This case involved a surgical technician. At the time of the incident in question, the court noted, surgical techs were not subject to mandatory licensing or required certification under state law. The court nevertheless looked for guidance to the then-current version of "Standards and Recommended Practices for Perioperative Nursing" published by the AORN. This publication was accepted by the court as evidence of the legal standard of care. The court believed the publication established a necessity for surgical personnel to have specific training in the tasks and procedures they were asked to perform.

    Specifically, the surgical technician in this case should not have been allowed to hold retractors in a pediatric hip arthroplasty. Never having been trained for that task with pediatric patients, the technician was not aware of the risk to the sciatic nerve that could result from even the slightest deviation from the surgeon's manual positioning of the retractor.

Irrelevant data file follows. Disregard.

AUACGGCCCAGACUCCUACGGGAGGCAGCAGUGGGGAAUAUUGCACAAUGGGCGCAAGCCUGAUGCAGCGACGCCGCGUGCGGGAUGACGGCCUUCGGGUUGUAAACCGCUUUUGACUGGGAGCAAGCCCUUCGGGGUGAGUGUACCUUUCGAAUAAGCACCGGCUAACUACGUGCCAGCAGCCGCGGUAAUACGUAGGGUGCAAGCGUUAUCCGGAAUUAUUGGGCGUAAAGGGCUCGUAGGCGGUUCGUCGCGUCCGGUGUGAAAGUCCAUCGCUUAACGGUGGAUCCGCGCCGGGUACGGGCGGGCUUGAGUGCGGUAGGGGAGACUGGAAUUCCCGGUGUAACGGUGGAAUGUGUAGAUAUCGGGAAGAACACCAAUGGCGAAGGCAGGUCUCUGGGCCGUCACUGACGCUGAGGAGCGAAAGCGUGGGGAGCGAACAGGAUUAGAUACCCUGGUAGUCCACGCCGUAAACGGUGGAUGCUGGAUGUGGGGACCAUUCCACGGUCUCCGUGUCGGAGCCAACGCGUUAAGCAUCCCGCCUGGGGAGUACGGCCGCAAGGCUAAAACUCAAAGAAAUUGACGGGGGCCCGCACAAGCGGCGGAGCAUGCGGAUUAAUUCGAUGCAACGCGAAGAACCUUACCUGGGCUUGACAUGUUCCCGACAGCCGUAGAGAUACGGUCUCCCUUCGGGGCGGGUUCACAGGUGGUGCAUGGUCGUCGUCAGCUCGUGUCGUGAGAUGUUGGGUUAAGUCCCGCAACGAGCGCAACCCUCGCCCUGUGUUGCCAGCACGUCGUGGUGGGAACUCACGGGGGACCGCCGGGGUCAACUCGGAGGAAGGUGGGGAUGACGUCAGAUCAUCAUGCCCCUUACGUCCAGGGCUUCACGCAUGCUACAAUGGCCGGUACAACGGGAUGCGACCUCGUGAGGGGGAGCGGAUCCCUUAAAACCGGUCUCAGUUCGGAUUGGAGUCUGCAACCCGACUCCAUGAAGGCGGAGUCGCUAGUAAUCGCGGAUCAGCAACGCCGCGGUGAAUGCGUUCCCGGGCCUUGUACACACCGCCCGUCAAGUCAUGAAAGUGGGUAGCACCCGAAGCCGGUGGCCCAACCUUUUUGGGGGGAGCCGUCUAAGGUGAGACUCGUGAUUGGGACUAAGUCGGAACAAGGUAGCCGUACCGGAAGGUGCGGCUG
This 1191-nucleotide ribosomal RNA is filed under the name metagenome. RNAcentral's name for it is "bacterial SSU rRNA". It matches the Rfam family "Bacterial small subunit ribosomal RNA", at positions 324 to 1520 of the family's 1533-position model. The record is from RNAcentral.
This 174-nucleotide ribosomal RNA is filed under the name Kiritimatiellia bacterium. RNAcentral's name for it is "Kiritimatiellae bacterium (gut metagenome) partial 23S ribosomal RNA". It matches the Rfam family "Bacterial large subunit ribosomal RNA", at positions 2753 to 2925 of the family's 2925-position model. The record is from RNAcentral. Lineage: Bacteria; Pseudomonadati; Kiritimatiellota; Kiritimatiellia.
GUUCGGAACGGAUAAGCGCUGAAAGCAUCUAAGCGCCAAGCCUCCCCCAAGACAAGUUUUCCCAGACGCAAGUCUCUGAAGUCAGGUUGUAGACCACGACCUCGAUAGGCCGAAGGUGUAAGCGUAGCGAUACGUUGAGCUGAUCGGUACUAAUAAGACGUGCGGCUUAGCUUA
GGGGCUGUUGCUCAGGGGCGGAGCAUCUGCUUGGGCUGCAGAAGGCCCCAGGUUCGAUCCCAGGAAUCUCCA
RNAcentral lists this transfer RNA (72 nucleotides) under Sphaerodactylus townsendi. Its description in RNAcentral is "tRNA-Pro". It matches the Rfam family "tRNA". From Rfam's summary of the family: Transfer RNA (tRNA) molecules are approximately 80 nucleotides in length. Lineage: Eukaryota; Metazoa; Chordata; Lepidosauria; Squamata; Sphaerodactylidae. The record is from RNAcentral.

The court was willing to accept the qualifications of a registered nurse with considerable operating room experience, who had held local offices with AORN, and who was well versed in the Joint Commission's standards for perioperative nursing practice, as an expert witness. She testified against the hospital. The verdict against the hospital was in excess of $800,000.00. Healthtrust vs. Cantrell, 689 So. 2d 822 (Ala., 1997).

    Legal Eagle Eye Newsletter for the Nursing Profession
    Last edit by stevierae on Jul 5, '04